My research interests can be divided into four broad topics, all of which approach the perennially unanswerable question of how to define religion.
Drawing on Tradition: Manga, Anime, and Religion in Contemporary Japan (University of Hawaii Press, 2012)
How do illustrated media like comic books and animated films do religious work? Is there a way that the media logic of comics and cartoons (empaneling, encrustation, gutters, compositing) might help us think about religious world-building? Can animated films help us think differently about the politics of problematic buzzwords like “animism”? Publications on this topic include articles in Nova Religio (2007) and the Japanese Journal of Religious Studies (2012) as well as my 2012 book Drawing on Tradition: Manga, Anime, and Religion in Contemporary Japan and a forthcoming book chapter in an edited volume published by Bloomsbury. This research has been supported by the Crown Prince Akihito Scholarship Foundation.
Faking Liberties: Religious Freedom in American-Occupied Japan (University of Chicago Press, 2019)
Who defines what counts as “religion” and who gets to be free? How do shifting historical circumstances and cultural clashes dictate changes in conceptions of religious freedom? I addressed these questions and more in Faking Liberties: Religious Freedom in American-Occupied Japan (University of Chicago Press, 2019). Related articles have appeared in The Asian Journal of Law & Society (2016) and Religion Compass (2014). This research has been supported by Fulbright-IIE, the Whiting Foundation, and the Mellon Foundation.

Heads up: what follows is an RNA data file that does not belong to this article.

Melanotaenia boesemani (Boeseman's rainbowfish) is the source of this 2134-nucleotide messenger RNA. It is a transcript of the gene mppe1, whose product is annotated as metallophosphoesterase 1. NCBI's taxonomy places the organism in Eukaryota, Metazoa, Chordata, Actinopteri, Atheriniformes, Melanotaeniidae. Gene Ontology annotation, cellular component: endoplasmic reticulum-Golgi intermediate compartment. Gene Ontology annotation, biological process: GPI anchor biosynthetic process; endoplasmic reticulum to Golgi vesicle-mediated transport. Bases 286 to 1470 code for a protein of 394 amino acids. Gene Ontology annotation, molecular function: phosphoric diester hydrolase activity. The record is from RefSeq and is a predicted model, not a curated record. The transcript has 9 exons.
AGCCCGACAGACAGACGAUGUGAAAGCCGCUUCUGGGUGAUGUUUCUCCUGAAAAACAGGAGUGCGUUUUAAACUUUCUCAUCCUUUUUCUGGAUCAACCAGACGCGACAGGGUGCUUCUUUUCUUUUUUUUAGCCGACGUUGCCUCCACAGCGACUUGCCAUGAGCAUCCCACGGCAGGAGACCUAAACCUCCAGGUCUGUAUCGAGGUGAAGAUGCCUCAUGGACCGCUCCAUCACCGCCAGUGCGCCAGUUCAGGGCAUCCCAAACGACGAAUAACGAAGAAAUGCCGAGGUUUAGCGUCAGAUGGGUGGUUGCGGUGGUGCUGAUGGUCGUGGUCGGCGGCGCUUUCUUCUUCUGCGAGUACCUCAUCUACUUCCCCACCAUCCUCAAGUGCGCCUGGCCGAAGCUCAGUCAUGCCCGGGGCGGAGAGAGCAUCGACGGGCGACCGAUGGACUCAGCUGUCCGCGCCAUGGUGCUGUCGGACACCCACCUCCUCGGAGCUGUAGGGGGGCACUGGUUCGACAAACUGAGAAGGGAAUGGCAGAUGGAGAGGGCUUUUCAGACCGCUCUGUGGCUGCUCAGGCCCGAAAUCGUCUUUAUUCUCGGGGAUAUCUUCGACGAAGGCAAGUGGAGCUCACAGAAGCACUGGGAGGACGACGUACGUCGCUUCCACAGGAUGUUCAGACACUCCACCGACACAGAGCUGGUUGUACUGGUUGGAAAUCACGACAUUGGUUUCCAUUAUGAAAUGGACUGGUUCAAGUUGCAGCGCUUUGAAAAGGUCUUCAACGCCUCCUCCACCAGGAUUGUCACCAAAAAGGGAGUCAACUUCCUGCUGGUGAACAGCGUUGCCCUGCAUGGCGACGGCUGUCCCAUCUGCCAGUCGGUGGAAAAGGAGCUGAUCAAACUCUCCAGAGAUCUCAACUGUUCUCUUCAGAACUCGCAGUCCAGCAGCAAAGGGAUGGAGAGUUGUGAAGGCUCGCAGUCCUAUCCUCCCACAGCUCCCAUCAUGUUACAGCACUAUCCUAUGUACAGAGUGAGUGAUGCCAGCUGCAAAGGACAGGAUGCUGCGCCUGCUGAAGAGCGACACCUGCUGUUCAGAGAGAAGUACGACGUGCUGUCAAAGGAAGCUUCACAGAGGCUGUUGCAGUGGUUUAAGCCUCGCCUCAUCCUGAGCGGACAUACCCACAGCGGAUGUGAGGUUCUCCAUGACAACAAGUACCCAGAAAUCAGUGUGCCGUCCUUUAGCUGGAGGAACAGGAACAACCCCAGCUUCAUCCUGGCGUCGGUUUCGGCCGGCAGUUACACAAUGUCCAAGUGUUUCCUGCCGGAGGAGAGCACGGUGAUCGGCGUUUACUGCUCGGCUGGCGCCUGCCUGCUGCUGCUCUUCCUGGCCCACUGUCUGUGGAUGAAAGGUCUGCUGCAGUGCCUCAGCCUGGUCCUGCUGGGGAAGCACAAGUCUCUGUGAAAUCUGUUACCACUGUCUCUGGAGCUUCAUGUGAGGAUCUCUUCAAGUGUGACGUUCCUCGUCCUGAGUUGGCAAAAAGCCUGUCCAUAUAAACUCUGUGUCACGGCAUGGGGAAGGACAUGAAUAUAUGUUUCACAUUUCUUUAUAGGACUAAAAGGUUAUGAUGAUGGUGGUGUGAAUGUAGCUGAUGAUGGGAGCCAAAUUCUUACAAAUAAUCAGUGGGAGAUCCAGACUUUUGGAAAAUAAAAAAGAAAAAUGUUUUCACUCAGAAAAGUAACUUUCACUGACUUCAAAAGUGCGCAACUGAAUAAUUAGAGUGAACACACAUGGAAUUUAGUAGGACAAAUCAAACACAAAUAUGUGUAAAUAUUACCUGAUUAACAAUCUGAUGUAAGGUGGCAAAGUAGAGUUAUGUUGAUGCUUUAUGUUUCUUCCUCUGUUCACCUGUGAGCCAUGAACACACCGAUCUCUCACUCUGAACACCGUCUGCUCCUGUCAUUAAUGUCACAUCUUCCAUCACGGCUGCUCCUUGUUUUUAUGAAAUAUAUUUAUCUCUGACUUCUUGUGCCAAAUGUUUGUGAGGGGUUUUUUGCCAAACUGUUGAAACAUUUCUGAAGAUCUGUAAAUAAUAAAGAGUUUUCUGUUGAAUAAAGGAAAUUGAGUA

Difficult subjects: debating religion and PUBLIC education in japan and the United States (manuscript in preparation)
What sort of human does education make, and what does religion have to do with it? How do words like “morality,” “patriotism,” and “security” perform boundary-crossing functions that traverse the religion-secular divide? This ongoing research project has been supported by the Social Science Research Council and the Japan Foundation Center for Global Partnership.
"The Buddhist virtues of Raging Lust and Crass Materialism in contemporary japan" (Material Religion, 2015); book manuscript in preparation
Is it possible that widespread assumptions that “real religion” is ascetic, altruistic, prudish, and non-acquisitive distract us from the facts right under our noses? Might it be that religion is always-already characterized by raging lust and crass consumerism, or that religion is deeply implicated in capitalist political economy and sexual longing? Can fandom cultures provide ways of thinking anew about pilgrimages, idols, and fetishes? Essays on this subject have appeared at Sacred Matters and in my 2016 (2015) article in Material Religion. See an example of what's prompted my interest in this subject in the video below.